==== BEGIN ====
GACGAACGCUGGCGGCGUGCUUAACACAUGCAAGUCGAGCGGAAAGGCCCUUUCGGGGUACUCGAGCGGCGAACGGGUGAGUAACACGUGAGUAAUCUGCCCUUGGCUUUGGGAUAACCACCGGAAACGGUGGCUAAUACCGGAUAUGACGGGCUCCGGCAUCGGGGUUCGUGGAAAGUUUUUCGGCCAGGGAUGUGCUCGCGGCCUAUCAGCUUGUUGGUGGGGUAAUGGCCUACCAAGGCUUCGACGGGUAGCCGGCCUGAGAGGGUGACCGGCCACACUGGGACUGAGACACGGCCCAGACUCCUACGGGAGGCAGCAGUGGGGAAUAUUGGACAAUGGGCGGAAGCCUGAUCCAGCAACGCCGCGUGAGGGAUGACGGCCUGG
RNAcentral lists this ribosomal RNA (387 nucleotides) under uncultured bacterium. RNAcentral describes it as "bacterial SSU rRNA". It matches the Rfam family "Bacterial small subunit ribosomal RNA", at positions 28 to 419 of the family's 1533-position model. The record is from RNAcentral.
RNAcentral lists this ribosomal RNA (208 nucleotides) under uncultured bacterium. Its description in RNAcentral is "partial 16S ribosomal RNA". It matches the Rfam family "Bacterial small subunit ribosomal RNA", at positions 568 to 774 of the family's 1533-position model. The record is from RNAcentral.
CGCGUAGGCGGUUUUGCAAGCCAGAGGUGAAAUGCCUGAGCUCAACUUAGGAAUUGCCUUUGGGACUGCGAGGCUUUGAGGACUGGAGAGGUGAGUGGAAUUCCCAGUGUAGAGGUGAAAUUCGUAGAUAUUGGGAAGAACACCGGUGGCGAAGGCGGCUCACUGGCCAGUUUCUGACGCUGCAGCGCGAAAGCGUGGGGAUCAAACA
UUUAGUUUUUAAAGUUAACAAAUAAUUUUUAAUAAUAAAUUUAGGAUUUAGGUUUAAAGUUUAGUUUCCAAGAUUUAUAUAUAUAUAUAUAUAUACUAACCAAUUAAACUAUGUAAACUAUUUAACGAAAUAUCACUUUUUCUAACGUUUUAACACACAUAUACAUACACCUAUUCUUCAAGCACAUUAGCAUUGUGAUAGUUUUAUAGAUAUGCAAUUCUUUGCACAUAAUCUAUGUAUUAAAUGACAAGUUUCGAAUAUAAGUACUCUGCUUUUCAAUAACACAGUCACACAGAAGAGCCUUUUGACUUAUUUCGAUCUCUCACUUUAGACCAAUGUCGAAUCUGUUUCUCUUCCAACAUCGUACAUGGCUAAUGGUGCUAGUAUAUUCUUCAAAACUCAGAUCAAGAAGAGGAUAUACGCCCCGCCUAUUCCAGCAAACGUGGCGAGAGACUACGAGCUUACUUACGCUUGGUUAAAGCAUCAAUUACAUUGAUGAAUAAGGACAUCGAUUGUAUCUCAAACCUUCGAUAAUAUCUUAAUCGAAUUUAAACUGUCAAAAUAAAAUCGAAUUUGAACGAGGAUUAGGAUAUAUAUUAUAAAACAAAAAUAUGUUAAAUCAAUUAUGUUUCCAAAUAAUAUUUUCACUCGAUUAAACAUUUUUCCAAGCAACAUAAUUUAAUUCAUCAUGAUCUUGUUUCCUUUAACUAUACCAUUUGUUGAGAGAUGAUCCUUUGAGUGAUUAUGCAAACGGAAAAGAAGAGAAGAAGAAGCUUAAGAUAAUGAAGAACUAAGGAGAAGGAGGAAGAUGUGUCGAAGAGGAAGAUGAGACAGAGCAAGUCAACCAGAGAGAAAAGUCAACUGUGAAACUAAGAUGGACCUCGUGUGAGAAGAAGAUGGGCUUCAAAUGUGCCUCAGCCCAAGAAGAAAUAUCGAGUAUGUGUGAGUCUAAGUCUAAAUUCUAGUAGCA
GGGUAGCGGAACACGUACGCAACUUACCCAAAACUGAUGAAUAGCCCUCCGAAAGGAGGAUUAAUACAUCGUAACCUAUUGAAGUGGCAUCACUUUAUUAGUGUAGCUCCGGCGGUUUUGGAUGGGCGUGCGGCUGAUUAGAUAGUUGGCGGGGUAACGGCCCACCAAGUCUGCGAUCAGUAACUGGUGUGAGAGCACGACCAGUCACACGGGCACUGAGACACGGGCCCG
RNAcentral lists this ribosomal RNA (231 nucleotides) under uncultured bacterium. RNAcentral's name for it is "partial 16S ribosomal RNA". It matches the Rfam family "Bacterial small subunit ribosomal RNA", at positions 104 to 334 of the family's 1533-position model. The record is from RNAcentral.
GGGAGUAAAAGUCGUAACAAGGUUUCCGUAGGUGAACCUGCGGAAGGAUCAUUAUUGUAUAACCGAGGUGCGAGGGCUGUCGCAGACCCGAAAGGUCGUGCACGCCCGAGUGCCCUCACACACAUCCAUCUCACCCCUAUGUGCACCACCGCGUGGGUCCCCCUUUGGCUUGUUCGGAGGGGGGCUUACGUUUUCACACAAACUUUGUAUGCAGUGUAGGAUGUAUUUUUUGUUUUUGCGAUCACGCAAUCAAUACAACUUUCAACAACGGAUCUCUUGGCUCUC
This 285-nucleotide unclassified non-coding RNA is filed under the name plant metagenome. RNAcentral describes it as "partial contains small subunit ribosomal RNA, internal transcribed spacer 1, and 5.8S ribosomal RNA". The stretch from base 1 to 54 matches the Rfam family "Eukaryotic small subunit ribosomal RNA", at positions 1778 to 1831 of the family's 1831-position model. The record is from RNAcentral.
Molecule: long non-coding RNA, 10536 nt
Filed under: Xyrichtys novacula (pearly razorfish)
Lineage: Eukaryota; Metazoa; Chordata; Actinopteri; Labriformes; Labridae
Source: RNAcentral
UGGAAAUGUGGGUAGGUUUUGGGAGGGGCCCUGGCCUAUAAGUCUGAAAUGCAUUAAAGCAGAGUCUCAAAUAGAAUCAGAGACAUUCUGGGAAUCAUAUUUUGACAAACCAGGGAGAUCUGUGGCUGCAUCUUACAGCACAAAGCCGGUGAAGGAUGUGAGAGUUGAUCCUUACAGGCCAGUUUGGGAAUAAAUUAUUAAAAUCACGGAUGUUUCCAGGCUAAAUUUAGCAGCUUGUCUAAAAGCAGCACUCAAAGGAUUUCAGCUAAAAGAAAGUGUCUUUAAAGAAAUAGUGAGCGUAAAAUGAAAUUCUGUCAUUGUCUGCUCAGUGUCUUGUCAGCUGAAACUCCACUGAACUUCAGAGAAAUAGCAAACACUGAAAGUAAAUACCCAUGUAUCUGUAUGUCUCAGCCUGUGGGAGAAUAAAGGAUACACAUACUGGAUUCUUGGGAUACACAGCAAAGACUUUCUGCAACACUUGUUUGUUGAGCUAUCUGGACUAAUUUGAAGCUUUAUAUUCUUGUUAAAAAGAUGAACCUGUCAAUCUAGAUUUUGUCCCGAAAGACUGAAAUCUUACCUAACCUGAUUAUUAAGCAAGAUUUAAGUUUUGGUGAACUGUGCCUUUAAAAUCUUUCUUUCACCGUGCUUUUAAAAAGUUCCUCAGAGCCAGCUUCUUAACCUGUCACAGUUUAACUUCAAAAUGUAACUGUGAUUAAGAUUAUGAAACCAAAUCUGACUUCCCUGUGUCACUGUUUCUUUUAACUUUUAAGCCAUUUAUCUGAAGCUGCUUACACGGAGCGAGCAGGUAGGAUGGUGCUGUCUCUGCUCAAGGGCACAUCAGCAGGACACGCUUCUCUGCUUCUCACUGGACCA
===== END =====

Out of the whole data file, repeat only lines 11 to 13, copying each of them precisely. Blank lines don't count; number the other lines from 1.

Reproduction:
Filed under: Xyrichtys novacula (pearly razorfish)
Lineage: Eukaryota; Metazoa; Chordata; Actinopteri; Labriformes; Labridae
Source: RNAcentral